As the hospitalization rate for COVID-19 patients in Bexar County continues to increase gradually in Bexar County, the disease claimed the life of another resident, a man in his 60s who died at Methodist Hospital, Mayor Ron Nirenberg said at Thursday’s daily briefing.
The number of people in Bexar County who have died since the crisis began is now 71, Nirenberg said, and the City is keeping a close eye on hospitalizations as it works toward containing the pandemic. Ninety-five COVID-19 patients are receiving treatment at area hospitals and are considered “moderately ill,” Bexar County Judge Nelson Wolff said – three more patients than were reported hospitalized Wednesday.
Wolff said residents need to make sure they aren’t “taking chances we shouldn’t be taking” as the economy continues its recovery.
“People are getting back out there to eat, and as long as they are using the face masks and staying 6 feet apart, there should be no problem,” said Wolff, who dined at downtown restaurant Mi Tierra for lunch after a 20-minute wait for a table. “We have been distributing [personal protective equipment] throughout the 26 [suburban] cities” in the county to continue the effort to mitigate the spread, he said.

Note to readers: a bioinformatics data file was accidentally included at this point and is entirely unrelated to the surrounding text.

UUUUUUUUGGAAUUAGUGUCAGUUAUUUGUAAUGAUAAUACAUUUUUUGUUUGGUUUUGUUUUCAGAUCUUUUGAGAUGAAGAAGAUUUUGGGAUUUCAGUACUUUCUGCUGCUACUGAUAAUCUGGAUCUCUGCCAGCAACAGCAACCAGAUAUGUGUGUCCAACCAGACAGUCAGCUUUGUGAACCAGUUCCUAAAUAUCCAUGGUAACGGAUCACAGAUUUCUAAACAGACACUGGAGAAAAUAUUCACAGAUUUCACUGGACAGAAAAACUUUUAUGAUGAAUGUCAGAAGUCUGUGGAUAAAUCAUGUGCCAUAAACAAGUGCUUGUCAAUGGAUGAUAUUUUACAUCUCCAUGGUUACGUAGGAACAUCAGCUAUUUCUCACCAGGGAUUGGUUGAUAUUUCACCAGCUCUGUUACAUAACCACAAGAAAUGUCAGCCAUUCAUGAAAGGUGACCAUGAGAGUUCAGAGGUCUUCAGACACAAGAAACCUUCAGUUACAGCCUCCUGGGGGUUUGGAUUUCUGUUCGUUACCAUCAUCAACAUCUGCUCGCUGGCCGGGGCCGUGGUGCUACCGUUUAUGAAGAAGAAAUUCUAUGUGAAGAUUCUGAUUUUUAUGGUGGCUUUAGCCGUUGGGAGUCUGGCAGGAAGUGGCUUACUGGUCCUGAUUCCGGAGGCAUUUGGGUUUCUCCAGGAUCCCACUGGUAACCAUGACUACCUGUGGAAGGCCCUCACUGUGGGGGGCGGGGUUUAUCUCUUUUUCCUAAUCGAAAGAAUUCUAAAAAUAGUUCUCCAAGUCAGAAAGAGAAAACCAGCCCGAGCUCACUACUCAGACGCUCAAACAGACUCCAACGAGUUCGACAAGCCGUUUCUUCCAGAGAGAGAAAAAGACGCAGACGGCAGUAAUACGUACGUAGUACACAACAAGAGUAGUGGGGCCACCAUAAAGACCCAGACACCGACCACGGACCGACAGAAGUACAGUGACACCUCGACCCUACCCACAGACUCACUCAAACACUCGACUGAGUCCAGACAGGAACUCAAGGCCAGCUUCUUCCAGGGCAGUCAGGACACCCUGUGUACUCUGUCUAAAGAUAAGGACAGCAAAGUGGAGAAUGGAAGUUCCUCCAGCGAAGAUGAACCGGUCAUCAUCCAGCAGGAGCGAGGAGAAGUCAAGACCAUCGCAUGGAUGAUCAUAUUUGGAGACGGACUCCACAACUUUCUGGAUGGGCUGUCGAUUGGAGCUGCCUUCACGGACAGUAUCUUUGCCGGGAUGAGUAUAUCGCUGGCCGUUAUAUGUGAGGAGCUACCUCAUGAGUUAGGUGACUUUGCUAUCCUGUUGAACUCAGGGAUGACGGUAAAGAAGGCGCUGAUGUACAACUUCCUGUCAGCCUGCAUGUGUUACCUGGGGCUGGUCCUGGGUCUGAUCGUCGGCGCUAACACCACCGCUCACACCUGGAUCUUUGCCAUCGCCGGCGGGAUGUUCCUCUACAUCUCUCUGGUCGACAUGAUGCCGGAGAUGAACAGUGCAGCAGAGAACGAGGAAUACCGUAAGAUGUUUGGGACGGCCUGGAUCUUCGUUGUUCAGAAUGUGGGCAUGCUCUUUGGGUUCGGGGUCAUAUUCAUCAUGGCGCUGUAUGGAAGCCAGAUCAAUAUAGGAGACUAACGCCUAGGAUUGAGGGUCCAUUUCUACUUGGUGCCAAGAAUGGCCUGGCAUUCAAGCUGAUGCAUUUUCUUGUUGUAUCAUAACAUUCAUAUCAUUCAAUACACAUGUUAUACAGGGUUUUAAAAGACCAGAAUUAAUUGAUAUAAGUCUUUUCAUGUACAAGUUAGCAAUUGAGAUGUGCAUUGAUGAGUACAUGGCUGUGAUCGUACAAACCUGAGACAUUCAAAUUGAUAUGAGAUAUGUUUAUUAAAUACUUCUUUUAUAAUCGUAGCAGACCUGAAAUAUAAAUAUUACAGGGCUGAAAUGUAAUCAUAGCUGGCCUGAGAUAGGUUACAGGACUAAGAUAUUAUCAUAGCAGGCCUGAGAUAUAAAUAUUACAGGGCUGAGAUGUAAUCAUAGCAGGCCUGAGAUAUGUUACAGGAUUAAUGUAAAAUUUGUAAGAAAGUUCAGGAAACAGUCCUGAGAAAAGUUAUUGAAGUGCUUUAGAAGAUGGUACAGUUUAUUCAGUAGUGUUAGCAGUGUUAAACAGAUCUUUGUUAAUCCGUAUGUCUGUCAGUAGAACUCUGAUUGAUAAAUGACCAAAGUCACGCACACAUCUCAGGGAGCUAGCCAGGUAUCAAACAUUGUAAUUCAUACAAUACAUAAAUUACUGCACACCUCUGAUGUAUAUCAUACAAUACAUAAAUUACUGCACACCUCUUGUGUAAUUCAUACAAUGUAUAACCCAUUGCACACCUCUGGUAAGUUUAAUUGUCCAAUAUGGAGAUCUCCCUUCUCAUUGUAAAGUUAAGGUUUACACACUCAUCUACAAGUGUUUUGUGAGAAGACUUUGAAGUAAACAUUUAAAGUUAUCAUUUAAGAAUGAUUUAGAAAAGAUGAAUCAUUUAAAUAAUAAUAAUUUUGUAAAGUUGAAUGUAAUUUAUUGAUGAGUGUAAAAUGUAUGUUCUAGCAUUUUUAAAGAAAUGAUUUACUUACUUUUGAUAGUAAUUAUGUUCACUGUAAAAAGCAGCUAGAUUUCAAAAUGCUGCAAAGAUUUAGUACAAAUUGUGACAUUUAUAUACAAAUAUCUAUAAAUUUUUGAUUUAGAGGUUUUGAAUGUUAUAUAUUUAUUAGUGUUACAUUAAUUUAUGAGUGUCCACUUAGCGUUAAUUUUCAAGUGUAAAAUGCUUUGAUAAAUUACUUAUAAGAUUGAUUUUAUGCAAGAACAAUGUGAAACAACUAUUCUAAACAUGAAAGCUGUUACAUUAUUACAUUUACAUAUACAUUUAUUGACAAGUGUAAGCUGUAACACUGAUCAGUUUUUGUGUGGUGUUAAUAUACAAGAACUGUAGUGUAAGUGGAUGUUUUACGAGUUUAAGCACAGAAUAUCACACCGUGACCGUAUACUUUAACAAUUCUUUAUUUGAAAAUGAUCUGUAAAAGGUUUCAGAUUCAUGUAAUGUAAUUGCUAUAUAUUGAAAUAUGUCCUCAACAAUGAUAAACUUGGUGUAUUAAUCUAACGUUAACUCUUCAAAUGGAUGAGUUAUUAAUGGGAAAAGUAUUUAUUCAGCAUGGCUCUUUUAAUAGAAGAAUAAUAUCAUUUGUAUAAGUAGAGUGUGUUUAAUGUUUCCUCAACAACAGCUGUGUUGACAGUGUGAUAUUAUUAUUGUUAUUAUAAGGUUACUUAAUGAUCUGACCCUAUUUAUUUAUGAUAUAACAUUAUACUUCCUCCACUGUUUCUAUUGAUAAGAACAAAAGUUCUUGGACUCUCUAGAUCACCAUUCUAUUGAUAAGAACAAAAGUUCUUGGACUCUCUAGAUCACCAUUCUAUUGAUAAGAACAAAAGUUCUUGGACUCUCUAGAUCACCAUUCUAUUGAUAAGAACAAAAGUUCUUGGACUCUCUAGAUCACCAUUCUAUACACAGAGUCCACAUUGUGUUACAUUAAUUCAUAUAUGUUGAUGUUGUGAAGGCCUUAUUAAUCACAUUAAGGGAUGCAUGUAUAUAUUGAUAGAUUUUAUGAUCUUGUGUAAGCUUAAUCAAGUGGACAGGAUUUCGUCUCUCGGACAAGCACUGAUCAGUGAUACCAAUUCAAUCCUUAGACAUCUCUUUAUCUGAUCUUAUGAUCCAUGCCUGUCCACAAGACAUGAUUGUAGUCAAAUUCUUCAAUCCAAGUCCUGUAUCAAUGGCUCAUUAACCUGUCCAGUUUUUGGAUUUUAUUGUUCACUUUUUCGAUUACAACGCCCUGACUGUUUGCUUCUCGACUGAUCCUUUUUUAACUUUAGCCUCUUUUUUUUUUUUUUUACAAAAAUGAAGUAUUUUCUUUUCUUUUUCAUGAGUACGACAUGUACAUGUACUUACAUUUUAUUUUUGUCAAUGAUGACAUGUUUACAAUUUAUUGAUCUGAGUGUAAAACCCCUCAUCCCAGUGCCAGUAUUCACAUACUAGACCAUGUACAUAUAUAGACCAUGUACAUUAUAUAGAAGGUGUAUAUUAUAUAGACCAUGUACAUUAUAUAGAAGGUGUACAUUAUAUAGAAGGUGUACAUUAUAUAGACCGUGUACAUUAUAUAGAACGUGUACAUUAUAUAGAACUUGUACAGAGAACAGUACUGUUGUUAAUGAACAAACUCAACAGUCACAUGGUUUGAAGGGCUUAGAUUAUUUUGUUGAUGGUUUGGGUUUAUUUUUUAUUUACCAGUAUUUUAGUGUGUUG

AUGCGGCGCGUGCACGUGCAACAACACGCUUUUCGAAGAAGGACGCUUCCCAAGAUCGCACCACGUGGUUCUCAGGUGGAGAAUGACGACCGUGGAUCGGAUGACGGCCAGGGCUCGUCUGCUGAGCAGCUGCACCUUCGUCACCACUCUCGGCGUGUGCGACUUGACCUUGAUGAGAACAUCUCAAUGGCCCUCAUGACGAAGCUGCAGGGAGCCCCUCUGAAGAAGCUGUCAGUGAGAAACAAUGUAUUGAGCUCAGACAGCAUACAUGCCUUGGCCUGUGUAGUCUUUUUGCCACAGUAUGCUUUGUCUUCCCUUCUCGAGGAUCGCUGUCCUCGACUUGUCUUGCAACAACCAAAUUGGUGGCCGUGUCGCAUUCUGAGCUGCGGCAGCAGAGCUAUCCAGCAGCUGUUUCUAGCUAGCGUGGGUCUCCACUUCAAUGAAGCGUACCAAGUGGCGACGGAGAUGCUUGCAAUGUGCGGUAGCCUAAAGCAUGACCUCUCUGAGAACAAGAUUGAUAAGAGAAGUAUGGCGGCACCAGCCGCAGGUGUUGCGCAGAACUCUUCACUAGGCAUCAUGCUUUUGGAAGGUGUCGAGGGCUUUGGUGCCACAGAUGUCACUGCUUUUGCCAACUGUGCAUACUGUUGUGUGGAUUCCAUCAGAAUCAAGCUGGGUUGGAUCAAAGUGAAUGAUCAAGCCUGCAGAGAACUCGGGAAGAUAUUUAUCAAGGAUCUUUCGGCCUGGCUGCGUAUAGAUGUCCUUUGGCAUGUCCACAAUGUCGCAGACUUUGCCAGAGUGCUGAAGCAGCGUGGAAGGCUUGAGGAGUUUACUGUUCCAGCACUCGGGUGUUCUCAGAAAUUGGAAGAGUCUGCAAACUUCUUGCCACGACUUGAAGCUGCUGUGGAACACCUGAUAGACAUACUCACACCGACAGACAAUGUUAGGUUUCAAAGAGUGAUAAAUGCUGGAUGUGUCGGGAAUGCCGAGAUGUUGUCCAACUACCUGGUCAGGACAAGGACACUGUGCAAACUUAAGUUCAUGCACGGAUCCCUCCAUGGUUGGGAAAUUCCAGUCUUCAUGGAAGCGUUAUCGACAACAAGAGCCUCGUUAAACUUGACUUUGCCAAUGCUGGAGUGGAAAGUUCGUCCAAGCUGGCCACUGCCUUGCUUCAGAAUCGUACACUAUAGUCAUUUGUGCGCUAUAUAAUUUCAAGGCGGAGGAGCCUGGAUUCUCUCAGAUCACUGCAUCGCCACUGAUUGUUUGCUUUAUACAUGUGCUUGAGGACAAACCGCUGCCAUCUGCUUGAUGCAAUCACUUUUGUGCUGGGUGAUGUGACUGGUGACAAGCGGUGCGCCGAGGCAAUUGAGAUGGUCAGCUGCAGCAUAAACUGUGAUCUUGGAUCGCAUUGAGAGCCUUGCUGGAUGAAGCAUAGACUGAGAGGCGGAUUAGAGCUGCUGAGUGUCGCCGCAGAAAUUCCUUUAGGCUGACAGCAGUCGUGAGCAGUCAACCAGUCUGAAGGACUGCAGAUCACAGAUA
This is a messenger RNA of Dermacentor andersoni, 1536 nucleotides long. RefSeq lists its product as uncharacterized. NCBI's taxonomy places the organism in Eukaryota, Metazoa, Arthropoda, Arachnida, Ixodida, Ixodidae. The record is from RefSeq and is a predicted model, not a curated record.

Walk-up testing sites that opened Thursday tested 277 people – 146 at San Antonio College at 1819 N. Main Ave. and 131 at Highlands High School at 3118 Elgin Ave., San Antonio Metropolitan Health District Director Dawn Emerick said.
The sites will remain open through Saturday from 10 a.m. to 2 p.m. and are expected to continue testing hundreds of Bexar County residents free of charge, Emerick said, noting the area will continue to see an increase in the number of confirmed positives because of increased testing, including congregate settings such as nursing homes.
With only two inmates in the Bexar County Adult Detention Center’s infirmary due to symptoms of COVID-19, “the jail situation is looking much better” following an outbreak that infected just under 300 inmates and dozens of deputies, Wolff said.
While Metro Health “doesn’t have a crystal ball” to determine when the region might see a second peak of coronavirus cases as businesses begin to reopen or expand, there will be an increase in the cases of community transmission, Emerick said. “In infectious diseases it’s typical for you to see a second wave, but there is no indication that it’s around the corner.”
Of the 58 people reported as testing positive Thursday, at least 17 cases were from the community. The total number of positive cases in the county is now 2,583.
Thirty-one percent of hospital beds are still available to treat COVID-19 patients, and 79 percent of the county’s ventilator inventory is still available.
Nirenberg said City Council is discussing how to use federal CARES Act funding to ensure that area hospitals are outfitted with what is needed to treat COVID-19 patients should there be a dramatic increase in numbers.
“A big portion of the CARES Act funding is to make sure we have the resources available” to diagnose and treat patients, Nirenberg said. “The hospital system itself continues to be in stable condition” to treat patients today.